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Cake and Cards
Mommy Musings
Teresa Hammond mug 3
Teresa Hammond

I must have missed the memo. This week’s column might best serve the five-ish moms like me who feel the same.

What am I rambling about you wonder? In a nutshell….graduation. Eighth grade graduation to be more specific and as I start to listen to others and view social media I’m recognizing a trend. Eighth grade is a big deal?

Before progressing further and without over-simplifying, I feel it important to note the mindset our family approached the Junior High experience with, as my oldest stepped onto campus in 2016. These years don’t count-scholastically speaking.

For those who have forgotten, the teen years can and usually are, a bit brutal. As my son entered into this chapter of life two short years ago, I shared my junior high philosophy with him.

Hard work in our family is expected always, this however would be the opportunity for him to explore and learn what study habits work and don’t. Learning to navigate classroom changes, balance school load with life off campus and friendships those in and of themselves are big lessons.

“Colleges aren’t going to care what grade you earned in seventh grade English,” I shared. This, of course, was followed up by the fact that subpar grades were still not acceptable, but this was indeed his time to figure a few things out, academically speaking.

I also refused to babysit his grades via the Aeries portal. Oh, how I can hear the helicopter moms gasp as they read that.

This is probably where I should share, I’m an old-school mom. If being completely honest, I have mixed emotions on the Aeries portal and the dependency parents have on it to manage their student’s education. Reality-there won’t be on Aeries when they get to college or the trade school of their choosing. At some point your child will have to manage their academia on their own. Tough to think of, yet true fact.

To summarize he and I learned a lot through his junior high experience. I had to become one with Aeries a bit more than I would have liked. It is after all my job to guide and I believe we found a balance, which will work for him in the coming years.

My hope of course is that the lessons help shape him into a better high school student (these grades count). The transcript years now lie ahead of him. His future will be as bright or as dismal as the effort he puts forth, just as mine was and continues to be. That’s real life stuff.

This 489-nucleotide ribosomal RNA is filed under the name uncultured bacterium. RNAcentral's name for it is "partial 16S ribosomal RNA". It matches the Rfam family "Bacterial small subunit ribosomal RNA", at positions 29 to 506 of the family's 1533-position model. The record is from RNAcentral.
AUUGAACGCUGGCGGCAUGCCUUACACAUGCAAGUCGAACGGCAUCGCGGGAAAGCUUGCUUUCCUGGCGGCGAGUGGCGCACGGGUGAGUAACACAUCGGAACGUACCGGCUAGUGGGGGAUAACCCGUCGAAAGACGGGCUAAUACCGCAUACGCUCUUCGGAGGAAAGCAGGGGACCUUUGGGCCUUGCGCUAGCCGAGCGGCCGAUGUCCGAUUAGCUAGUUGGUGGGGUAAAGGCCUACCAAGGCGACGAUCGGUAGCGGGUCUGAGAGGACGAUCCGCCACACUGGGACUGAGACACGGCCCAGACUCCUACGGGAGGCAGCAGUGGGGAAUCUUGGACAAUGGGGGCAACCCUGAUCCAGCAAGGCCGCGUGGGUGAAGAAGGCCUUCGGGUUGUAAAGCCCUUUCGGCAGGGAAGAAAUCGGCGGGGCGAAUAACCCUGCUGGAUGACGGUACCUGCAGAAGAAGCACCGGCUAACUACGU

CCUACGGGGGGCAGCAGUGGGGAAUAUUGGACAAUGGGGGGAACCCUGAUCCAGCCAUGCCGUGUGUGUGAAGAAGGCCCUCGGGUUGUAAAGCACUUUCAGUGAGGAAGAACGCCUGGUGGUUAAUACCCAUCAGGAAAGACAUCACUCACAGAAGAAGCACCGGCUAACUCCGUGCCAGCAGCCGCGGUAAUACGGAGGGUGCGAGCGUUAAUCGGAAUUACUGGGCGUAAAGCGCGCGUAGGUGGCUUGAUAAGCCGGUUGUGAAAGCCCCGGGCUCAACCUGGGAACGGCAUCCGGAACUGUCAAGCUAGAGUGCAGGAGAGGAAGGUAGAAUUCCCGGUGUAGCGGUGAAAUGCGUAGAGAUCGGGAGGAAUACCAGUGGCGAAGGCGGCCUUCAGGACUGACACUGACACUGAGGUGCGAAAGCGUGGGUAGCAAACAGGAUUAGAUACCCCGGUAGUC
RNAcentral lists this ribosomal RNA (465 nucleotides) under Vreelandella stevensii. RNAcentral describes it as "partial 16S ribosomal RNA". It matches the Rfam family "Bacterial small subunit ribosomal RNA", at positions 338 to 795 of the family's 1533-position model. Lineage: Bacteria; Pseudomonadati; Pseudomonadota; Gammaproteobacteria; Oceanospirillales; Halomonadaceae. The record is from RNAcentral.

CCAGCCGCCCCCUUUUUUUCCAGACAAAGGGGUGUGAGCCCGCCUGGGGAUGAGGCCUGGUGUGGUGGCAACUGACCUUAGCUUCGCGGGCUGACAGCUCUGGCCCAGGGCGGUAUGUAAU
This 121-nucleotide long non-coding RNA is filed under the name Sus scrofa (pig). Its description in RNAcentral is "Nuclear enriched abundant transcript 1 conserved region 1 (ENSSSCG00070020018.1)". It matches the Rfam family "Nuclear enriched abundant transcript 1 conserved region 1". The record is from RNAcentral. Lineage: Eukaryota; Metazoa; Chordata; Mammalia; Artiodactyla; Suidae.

As the year comes to a close however I’m puzzled by the need for graduation announcements and big parties. It’s eighth grade, they’re far from finished folks. I mean, they can’t even drive.

Perhaps for some it’s just another reason to show their pride in their child- I get that. Maybe for others it’s a great excuse to gather with family and have a little party, I get that too.

This piece, however, is for the ones like me. I’ve lost no sleep over which theme or party decorations to purchase from a Pinterest inspiration. We won’t be spending hours waiting for a table at a hip place for a graduation dinner. No, my fourteen-year-old will be celebrated as he prepares for high school just as I was-with a cake, a little ice cream and a few cards (likely holding money) from his family.

For those (including myself) who have a student becoming a Mustang in the fall season I offer you this-work with your student not for or against them. Utilize the communication tools available to work with the staff. Remember your child is a hormonal teen, this is perhaps the furthest we can get from being a perfect human. Love them, breathe, breathe some more and then be at peace with the fact that C+ in seventh grade science will not cost them a shot at Harvard.

Cheers to new beginnings and congrats class of 2019.